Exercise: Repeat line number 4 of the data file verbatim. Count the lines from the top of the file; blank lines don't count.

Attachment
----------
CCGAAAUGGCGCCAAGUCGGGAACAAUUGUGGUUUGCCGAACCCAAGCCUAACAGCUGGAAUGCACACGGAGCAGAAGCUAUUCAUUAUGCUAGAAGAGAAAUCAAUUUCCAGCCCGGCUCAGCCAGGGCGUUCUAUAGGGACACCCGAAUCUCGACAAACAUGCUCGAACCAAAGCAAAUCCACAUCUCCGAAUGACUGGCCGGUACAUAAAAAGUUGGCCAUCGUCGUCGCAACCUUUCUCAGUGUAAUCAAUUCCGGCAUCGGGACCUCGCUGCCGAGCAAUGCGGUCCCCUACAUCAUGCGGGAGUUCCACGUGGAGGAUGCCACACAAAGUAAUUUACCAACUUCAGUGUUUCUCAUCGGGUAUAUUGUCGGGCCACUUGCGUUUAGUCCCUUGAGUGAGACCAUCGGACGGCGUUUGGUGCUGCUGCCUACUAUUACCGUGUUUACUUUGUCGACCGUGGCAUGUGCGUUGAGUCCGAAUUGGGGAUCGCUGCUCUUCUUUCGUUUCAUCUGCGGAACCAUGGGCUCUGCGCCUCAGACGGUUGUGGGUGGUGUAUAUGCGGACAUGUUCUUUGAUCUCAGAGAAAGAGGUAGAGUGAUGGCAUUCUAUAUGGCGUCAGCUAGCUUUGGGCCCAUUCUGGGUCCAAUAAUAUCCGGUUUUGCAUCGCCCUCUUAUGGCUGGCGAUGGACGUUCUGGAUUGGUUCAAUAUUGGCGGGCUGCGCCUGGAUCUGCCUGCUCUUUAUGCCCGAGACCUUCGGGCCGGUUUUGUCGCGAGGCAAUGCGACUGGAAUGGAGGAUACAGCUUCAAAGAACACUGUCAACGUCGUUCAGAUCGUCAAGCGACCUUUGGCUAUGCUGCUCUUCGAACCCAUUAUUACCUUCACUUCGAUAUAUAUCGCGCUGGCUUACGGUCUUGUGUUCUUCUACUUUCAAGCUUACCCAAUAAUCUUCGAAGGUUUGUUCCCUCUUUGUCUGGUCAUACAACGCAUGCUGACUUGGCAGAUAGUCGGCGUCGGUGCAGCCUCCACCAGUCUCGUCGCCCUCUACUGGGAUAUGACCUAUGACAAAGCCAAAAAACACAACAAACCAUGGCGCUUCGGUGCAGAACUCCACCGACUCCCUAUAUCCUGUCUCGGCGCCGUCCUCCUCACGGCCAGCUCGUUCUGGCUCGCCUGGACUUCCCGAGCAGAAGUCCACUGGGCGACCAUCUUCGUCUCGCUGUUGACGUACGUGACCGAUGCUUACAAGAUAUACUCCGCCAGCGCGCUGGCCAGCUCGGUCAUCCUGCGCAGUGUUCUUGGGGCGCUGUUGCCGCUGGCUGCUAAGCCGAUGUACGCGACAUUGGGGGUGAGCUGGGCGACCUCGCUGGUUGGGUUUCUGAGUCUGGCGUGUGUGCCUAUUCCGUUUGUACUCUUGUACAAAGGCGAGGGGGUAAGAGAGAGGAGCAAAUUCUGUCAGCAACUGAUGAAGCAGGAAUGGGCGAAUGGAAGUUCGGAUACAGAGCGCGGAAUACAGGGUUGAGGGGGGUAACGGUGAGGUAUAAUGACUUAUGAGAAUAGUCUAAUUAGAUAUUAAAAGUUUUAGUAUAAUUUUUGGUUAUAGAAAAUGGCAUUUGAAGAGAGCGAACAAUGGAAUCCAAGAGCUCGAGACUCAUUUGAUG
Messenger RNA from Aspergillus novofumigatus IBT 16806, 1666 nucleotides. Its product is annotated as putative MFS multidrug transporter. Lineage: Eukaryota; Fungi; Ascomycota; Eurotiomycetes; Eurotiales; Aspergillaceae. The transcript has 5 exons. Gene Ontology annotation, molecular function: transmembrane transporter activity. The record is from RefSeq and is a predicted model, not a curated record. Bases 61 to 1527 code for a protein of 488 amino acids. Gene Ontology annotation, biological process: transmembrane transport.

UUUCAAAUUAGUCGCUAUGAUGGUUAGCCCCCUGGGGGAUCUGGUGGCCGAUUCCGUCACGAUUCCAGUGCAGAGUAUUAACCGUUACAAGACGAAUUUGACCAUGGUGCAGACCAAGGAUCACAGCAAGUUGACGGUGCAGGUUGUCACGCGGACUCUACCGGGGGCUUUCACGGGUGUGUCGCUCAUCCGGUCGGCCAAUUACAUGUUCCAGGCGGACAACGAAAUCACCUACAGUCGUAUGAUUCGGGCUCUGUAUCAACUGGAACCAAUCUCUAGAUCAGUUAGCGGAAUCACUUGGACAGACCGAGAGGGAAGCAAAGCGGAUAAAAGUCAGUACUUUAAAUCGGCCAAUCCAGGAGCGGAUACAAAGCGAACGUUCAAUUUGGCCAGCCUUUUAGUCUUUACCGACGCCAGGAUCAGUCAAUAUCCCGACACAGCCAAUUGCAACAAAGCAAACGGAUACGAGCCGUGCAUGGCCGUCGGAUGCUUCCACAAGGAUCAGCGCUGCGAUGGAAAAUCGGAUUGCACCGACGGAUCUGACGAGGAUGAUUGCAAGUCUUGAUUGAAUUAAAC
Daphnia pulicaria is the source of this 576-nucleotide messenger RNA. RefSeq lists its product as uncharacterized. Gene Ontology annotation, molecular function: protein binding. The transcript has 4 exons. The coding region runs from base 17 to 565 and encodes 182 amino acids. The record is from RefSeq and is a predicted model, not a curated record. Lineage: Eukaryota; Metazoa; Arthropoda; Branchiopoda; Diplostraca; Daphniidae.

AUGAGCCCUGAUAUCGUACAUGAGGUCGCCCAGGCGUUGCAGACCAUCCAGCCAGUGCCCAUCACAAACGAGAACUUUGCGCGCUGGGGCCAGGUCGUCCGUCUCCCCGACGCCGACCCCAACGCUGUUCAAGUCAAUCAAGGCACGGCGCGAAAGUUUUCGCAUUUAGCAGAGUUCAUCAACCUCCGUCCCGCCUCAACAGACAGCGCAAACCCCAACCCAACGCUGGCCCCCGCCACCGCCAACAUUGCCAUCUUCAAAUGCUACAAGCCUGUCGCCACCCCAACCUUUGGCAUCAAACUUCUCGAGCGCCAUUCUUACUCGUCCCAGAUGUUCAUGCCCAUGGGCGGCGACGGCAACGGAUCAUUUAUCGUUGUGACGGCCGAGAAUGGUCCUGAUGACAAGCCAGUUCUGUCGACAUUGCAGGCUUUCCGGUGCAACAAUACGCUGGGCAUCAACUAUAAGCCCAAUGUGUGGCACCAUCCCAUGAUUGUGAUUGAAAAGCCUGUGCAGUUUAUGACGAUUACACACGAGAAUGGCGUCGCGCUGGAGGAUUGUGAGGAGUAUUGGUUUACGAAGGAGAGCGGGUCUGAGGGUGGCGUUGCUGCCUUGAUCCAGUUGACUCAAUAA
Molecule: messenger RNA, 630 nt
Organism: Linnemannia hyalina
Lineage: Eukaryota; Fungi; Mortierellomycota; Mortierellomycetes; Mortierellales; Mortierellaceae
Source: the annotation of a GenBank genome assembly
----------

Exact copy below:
Daphnia pulicaria is the source of this 576-nucleotide messenger RNA. RefSeq lists its product as uncharacterized. Gene Ontology annotation, molecular function: protein binding. The transcript has 4 exons. The coding region runs from base 17 to 565 and encodes 182 amino acids. The record is from RefSeq and is a predicted model, not a curated record. Lineage: Eukaryota; Metazoa; Arthropoda; Branchiopoda; Diplostraca; Daphniidae.